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DOJ settles with Oakland group in citizenship discrimination case

It’s not just businesses that must comply with laws prohibiting discrimination against employees and applicants based on characteristics that are protected. That includes citizenship status – provided that the applicant or employee provides the appropriate documentation to show that they can work in this country legally.

Any organization that hires people must abide by the same laws. One such organization in Oakland has learned that lesson the hard way. This month, the U.S. Department of Justice (DOJ) announced a settlement agreement with a community organization that provides youth services.

Employee who had valid documentation was fired

According to the DOJ, the organization violated the Immigration and Nationality Act (INA) by refusing to accept valid documentation provided by a new employee who is a non-citizen and requiring unnecessary documentation that they were unable to provide. The employee was terminated. The DOJ says the organization also fired another employee who investigated and tried to prevent the discrimination.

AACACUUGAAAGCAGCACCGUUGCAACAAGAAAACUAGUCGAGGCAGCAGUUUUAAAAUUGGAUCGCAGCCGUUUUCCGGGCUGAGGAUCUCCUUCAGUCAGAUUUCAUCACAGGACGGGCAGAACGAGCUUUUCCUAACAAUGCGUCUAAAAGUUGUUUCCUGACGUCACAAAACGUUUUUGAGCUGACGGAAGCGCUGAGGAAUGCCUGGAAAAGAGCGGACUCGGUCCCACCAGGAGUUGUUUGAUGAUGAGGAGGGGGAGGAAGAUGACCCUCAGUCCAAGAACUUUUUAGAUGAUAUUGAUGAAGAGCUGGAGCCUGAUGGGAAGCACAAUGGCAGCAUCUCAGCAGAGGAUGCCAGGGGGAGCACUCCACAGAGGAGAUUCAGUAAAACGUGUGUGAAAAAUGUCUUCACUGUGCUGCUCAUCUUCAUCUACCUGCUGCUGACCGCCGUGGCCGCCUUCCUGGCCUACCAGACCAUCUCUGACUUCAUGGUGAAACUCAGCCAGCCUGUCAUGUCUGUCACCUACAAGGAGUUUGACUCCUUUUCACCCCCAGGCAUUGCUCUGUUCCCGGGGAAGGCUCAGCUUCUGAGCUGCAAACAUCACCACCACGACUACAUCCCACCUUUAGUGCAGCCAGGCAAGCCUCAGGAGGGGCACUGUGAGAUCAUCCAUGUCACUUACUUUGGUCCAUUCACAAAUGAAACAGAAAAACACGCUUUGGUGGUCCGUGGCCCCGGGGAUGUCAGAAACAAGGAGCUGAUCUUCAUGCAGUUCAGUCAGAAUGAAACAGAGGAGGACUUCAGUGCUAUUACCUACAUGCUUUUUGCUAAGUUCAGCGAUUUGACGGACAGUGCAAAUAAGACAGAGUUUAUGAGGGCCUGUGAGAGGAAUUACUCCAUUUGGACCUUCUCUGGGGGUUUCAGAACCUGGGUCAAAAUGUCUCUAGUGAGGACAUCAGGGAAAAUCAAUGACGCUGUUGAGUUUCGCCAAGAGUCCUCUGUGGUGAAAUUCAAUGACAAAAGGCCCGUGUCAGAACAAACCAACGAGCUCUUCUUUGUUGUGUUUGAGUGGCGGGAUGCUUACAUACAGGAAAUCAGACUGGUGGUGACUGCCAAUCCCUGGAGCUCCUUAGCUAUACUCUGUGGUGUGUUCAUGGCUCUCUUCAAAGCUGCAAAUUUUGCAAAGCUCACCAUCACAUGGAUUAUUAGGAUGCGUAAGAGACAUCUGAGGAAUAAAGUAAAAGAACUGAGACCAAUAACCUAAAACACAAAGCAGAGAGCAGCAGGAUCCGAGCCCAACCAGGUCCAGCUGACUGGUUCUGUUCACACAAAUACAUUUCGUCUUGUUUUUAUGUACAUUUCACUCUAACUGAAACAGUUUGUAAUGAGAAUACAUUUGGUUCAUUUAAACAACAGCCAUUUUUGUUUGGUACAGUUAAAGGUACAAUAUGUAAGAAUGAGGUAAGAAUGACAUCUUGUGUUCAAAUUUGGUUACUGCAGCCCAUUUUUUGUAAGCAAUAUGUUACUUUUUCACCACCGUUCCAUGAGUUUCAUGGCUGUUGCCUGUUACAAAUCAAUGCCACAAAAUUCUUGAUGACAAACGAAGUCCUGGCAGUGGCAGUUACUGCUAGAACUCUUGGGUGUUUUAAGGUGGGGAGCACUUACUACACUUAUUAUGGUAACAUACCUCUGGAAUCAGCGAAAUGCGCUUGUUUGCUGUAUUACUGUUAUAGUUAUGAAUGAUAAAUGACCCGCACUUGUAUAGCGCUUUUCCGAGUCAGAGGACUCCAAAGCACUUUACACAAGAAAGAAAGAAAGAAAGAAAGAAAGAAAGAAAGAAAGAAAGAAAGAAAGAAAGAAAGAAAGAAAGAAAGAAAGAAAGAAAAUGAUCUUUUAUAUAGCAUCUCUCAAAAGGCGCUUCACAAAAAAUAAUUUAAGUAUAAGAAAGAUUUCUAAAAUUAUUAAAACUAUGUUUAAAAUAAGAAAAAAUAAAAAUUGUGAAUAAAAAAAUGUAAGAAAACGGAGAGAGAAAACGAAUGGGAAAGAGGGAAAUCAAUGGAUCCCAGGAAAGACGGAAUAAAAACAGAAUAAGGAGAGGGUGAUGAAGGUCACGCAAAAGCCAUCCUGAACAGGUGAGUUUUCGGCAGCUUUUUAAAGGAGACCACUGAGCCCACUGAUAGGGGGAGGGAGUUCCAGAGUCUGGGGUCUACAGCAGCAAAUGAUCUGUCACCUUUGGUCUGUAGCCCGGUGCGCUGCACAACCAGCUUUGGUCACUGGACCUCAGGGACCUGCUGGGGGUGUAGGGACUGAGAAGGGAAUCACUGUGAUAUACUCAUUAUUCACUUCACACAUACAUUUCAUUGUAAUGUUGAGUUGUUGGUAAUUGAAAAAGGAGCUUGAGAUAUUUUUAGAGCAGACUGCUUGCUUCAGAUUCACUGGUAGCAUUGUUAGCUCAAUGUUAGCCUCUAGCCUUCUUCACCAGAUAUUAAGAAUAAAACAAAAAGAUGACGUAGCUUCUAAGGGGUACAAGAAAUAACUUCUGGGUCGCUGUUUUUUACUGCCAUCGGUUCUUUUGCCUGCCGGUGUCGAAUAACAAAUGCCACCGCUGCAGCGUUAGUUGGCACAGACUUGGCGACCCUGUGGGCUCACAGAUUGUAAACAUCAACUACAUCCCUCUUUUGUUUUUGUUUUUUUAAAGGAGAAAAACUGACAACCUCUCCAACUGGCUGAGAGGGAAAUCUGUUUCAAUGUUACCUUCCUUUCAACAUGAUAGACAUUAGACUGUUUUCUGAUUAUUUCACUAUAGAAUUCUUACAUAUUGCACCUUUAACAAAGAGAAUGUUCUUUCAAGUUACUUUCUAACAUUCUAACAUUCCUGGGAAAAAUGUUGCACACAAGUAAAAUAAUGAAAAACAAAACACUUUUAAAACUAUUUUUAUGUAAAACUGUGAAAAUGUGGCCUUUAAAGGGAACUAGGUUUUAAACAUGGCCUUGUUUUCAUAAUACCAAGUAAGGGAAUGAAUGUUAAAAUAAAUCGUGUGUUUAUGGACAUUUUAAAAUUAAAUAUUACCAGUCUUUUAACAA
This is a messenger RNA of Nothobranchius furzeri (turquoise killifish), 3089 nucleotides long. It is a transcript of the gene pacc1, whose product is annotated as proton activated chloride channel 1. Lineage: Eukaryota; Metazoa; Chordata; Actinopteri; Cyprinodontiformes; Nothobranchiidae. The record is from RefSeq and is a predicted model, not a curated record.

The settlement cost the organization a relatively small amount in fines (just over $10,000), which is the maximum allowed in this case. The organization also paid the two terminated employees their lost wages. It’s been ordered to revise its employment policies and train its employees on how to lawfully determine a person’s ability to work in this country. It will be monitored by the DOJ for the next two years.

Discrimination “based on citizenship, immigration status or national origin” is prohibited

The Assistant Attorney General who oversees the DOJ’s Civil Rights Division (where the Immigrant and Employee Rights Section (IER) is located explained, “Employers cannot discriminate against workers when verifying their permission to work based on their citizenship, immigration status or national origin….[and] the Justice Department will steadfastly protect those who assert rights on behalf of themselves or others under this law.”

If you believe that an employer or potential employer has discriminated against you or wrongfully terminated you based on your immigration status, refused to accept your documentation showing your ability to work in the U.S. and/or discriminated against you based on your citizenship status or national origin, it may be wise to seek legal guidance to protect your rights. This can also help protect the rights of others.